The story stunned Betsy.  She saw herself as the “Woman who was a sinner.”  For the rest of her life Betsy will point back to that event as the day she found new life in Jesus Christ.   From that day on, she never dreamed of drowning again.   Never again did she put on the scarlet and purple.  From that day on she became a good Quaker.  She was no longer Betsy Gurney: she became Elizabeth again.   A proper young lady.

Elizabeth Fry

At 20 years of age her name was changed again. She was married to Joseph Fry, a well-to-do London Merchant, and she settles down to raise a family.  And Elizabeth Fry gives birth to 11 children and raises them in good Quaker fashion, in a proper Quaker home.  It seems that the wild one has been tamed and domesticated!

She is involved in her church. One of her primary tasks is taking her turn at reading the scriptures at the Sunday service.  But as she reads the scriptures in public worship, it becomes immediately clear to the congregation that her gift for reading is quite remarkable.  Her ability to communicate is gripping.  When she reads, the hearers understand.  Soon she is getting invitations from surrounding Quaker meeting houses to come and read to their congregations too.  Oh, others can read, but not like her.  When she reads, people seem to hear the word of God without distraction.

And soon, no matter where she goes, she is asked to read from the scriptures.  In her home she had long read to her children.  But now, when her friends gather in her living room, they ask her to read to them too.  When she is in the homes of others she is asked to read there as well.  To the sick and dying, in homes and hospitals, she is called on to read.  In the wayside inns she reads to the arriving guests, in gypsy encampments she reads to the social outcasts.  She has found a gift that God can use.  When she is 30 years of age she is made a lay minister in a church that has no clergy. She takes her place among the leaders of her church.

Then when she is 33 her life changes again.  She hears someone speaking of the horrid prison he has just visited in London.  He describes the terrible conditions he found there.  Elisabeth is horrified and decides to go to Newgate Prison, to see with her own eyes if what had been described to her was true.

She is overwhelmed.  It is loathsome there.  Humans have been reduced to animals.  This is no place for a woman of gentle spirit.  This is a vulgar and violent world that she has entered.  This place contains the debris of human society.   She is sick at heart.  She sees enough never to want to return to this human nightmare again.

But she does. Again and again.  Almost every day in fact for the rest of her life.  She descends into that prison, again and again, armed only with a Bible and a love as large as the universe.  And there she reads the stories found in scripture.  She returns again and again to one story in particular.  It is the story of “The woman who was a sinner.”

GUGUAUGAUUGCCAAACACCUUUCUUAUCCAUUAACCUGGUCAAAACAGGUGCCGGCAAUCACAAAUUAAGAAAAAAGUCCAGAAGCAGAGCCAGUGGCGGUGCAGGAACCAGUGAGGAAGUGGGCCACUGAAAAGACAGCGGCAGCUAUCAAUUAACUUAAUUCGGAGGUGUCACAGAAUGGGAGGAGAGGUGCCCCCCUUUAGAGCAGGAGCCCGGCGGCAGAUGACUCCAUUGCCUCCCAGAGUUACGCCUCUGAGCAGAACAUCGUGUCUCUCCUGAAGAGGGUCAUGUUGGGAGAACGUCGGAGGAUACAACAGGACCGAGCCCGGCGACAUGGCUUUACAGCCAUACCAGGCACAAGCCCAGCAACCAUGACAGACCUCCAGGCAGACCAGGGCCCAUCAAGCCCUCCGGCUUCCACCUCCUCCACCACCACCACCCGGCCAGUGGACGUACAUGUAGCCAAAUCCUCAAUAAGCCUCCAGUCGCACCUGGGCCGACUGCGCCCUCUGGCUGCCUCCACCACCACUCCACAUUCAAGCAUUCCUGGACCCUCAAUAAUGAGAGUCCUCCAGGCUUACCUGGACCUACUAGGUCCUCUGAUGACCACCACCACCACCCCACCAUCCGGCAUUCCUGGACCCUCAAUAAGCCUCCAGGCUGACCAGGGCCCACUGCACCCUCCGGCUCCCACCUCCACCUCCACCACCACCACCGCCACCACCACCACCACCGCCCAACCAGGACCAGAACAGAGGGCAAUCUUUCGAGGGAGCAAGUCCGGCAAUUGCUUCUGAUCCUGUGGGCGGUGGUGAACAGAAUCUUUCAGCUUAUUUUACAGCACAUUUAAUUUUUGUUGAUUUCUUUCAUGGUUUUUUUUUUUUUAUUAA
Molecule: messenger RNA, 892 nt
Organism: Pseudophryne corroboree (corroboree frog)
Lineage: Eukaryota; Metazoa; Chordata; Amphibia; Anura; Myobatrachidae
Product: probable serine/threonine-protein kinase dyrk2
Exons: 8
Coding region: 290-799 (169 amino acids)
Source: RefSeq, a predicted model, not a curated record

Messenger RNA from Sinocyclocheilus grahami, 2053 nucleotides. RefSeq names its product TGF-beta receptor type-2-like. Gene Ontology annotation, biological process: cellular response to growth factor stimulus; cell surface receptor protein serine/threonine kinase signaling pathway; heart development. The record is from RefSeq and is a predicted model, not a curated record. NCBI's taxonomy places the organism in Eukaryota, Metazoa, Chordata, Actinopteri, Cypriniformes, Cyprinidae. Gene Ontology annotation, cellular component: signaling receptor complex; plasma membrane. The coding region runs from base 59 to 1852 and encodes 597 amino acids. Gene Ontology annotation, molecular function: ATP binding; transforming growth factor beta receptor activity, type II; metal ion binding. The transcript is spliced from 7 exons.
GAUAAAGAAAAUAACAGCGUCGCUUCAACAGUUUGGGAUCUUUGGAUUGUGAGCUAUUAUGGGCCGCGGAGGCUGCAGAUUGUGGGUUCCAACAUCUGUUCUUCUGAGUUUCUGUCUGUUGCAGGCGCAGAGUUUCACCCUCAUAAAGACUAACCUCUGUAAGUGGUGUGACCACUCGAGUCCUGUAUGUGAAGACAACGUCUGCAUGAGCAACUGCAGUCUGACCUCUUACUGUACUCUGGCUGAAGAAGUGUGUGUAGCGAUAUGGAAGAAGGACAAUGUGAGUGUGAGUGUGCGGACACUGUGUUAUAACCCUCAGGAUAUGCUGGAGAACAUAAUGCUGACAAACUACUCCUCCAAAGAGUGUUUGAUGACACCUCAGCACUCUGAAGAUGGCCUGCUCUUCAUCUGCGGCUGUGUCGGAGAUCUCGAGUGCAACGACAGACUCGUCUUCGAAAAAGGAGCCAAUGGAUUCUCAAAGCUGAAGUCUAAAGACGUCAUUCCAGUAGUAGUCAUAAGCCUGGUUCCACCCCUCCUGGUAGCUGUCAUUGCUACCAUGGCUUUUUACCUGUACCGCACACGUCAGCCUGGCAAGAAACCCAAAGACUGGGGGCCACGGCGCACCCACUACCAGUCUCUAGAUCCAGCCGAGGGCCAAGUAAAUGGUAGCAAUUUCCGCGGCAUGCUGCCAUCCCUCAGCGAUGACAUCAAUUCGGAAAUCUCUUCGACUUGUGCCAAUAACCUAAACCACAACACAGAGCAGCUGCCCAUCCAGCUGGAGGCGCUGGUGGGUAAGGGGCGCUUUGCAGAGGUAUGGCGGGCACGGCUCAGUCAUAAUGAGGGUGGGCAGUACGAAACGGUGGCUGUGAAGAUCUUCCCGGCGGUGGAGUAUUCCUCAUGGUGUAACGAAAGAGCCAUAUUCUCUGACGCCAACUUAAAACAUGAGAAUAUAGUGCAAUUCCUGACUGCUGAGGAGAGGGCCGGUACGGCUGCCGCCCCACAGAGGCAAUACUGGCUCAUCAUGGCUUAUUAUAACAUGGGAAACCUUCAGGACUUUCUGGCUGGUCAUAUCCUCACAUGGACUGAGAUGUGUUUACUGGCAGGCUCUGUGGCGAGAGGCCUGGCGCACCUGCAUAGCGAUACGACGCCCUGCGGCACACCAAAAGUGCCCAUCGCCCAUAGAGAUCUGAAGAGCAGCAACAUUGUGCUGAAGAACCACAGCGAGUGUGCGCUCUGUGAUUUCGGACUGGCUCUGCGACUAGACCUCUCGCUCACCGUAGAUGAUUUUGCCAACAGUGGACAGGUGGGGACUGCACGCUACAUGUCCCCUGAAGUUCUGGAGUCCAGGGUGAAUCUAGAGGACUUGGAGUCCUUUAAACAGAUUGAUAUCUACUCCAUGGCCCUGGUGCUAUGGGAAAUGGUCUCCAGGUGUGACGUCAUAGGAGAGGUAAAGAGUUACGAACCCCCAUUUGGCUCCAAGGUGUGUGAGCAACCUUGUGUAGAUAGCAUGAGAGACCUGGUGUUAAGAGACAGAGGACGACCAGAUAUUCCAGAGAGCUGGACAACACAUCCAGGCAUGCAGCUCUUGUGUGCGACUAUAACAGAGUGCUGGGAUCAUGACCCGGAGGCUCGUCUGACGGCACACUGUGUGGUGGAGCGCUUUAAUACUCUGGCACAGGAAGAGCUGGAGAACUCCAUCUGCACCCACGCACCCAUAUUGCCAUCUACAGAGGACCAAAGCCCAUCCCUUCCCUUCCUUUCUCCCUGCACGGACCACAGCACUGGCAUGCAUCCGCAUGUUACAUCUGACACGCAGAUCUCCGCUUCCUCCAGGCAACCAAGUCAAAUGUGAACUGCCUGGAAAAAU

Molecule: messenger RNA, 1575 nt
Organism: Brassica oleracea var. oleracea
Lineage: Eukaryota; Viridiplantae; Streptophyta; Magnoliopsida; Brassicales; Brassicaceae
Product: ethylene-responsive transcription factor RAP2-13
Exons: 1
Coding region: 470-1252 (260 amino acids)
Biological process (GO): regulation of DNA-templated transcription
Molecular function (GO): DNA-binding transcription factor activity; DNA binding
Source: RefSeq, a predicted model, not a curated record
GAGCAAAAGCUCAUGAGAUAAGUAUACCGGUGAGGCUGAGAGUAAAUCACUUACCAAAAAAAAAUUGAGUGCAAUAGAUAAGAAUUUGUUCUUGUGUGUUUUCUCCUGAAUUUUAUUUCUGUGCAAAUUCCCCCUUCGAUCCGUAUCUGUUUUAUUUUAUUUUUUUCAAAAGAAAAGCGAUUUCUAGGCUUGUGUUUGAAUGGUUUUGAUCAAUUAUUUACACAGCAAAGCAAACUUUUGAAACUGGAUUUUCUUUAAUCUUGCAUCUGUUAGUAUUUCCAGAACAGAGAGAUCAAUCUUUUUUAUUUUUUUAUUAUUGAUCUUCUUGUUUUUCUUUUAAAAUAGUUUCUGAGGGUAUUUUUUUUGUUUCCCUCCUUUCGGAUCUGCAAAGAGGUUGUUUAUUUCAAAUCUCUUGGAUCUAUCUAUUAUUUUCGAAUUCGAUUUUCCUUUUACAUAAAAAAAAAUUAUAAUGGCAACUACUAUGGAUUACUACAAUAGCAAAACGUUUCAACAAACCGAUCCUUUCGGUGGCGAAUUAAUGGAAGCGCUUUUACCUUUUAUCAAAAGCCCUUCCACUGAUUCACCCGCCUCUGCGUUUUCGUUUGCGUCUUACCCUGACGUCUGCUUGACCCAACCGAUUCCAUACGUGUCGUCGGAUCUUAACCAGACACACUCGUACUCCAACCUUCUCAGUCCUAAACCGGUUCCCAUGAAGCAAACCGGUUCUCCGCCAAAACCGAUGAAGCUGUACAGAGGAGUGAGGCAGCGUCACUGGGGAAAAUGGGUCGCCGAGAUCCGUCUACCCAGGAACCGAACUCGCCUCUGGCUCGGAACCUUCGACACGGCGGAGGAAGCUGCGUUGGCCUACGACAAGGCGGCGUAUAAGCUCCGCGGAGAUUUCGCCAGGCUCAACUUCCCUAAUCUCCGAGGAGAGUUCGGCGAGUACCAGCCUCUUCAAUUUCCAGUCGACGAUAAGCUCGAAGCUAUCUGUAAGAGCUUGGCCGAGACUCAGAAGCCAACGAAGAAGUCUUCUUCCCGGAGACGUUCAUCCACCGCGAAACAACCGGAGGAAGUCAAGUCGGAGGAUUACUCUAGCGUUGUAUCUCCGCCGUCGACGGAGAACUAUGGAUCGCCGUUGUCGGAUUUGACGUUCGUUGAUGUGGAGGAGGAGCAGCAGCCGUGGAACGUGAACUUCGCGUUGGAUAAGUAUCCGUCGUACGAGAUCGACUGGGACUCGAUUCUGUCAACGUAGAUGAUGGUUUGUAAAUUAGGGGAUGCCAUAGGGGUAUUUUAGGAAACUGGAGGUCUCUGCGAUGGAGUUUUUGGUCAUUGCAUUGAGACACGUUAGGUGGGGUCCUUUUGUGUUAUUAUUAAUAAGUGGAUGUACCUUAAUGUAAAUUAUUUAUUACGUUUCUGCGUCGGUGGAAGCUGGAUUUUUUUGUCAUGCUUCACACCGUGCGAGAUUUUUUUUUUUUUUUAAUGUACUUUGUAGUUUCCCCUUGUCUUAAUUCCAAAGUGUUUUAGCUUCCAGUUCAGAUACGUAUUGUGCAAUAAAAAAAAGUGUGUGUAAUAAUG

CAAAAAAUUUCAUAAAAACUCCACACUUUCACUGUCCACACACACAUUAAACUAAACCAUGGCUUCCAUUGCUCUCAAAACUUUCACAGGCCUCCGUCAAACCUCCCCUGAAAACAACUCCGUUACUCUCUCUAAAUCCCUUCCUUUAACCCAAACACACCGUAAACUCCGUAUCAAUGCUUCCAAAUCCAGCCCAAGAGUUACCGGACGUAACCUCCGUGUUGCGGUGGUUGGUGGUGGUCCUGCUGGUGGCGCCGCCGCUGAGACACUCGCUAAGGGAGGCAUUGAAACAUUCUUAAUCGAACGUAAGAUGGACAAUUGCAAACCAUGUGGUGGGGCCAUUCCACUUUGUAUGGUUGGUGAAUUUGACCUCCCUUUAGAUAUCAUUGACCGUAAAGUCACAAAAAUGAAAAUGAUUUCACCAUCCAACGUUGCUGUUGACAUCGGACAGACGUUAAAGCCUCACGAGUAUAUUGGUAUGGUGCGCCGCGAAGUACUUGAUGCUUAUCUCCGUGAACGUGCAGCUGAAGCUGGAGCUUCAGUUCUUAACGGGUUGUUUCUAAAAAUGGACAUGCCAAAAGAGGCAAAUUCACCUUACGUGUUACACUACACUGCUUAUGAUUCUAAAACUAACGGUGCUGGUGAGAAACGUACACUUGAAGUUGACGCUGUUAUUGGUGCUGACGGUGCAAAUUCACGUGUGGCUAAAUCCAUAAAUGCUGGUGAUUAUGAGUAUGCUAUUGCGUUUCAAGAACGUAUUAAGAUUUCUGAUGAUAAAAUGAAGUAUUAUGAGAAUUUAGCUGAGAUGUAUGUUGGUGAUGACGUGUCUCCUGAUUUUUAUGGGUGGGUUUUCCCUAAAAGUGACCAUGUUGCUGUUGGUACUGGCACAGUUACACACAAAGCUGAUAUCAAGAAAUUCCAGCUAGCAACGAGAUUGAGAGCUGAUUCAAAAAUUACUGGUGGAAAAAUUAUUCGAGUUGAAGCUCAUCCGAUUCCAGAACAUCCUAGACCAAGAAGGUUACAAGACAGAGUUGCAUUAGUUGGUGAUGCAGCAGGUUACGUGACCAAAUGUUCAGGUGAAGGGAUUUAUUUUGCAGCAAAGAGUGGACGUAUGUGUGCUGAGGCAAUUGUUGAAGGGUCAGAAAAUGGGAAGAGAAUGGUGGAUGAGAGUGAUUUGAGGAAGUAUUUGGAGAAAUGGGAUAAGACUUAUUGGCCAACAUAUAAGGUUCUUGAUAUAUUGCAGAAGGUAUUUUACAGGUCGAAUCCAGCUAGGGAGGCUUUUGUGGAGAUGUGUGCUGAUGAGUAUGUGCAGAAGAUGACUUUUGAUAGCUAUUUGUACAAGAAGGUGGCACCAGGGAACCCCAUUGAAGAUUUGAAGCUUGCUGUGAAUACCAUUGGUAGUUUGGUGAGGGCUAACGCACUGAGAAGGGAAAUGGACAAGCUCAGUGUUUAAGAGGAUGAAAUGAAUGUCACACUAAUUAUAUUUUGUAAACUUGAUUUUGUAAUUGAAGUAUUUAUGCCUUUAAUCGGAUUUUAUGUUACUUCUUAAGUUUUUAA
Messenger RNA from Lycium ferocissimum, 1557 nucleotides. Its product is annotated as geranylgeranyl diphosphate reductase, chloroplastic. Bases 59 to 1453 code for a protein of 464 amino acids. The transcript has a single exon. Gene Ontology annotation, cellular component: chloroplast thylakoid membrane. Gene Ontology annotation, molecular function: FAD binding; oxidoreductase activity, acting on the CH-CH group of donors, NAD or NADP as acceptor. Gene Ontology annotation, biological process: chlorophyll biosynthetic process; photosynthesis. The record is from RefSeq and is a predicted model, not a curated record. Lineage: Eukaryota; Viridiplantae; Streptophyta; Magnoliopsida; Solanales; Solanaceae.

And as she reads and returns to read again:
the hopeless begin to find hope.
the outcast find themselves loved.
the criminal mind is converted,
lions become lambs.
the pervert recovers purity and the debased become disciples of Christ,
and those on death row find new life in the face of their approaching death.

Newgate prison is being transformed and has become an extension department of the kingdom of God.

In her day, men and women and children, were all herded together in great holding pens.  Vicious criminals and minor offenders were all lumped together, with the worst preying on the weakest.  When she saw that, she asked some of her women friends to volunteer to be prison visitors, who would take shifts around the clock in that terrible prison, to safeguard the women from predatory prison guards and the male inmates.

  • Later she hired a matron to live in the prison to supervise the welfare of the women.
  • She began to lobby for the separation of female prisoners from male prisoners.
  • She lobbied to have female prison guards for the women.
  • She and her friends worked with the women personally, visiting them daily, teaching them how to sew, teaching them a trade.

The prisons also had children who were as young as 7 as inmates.  As soon as she could, she appointed teachers for the children and juvenile offenders.

It is not long before the atmosphere of the prison changed.  The noise of blasphemy and profanity gave way to quietness.   Fighting and arguing diminished.  Dignity was being restored to those who had lost everything.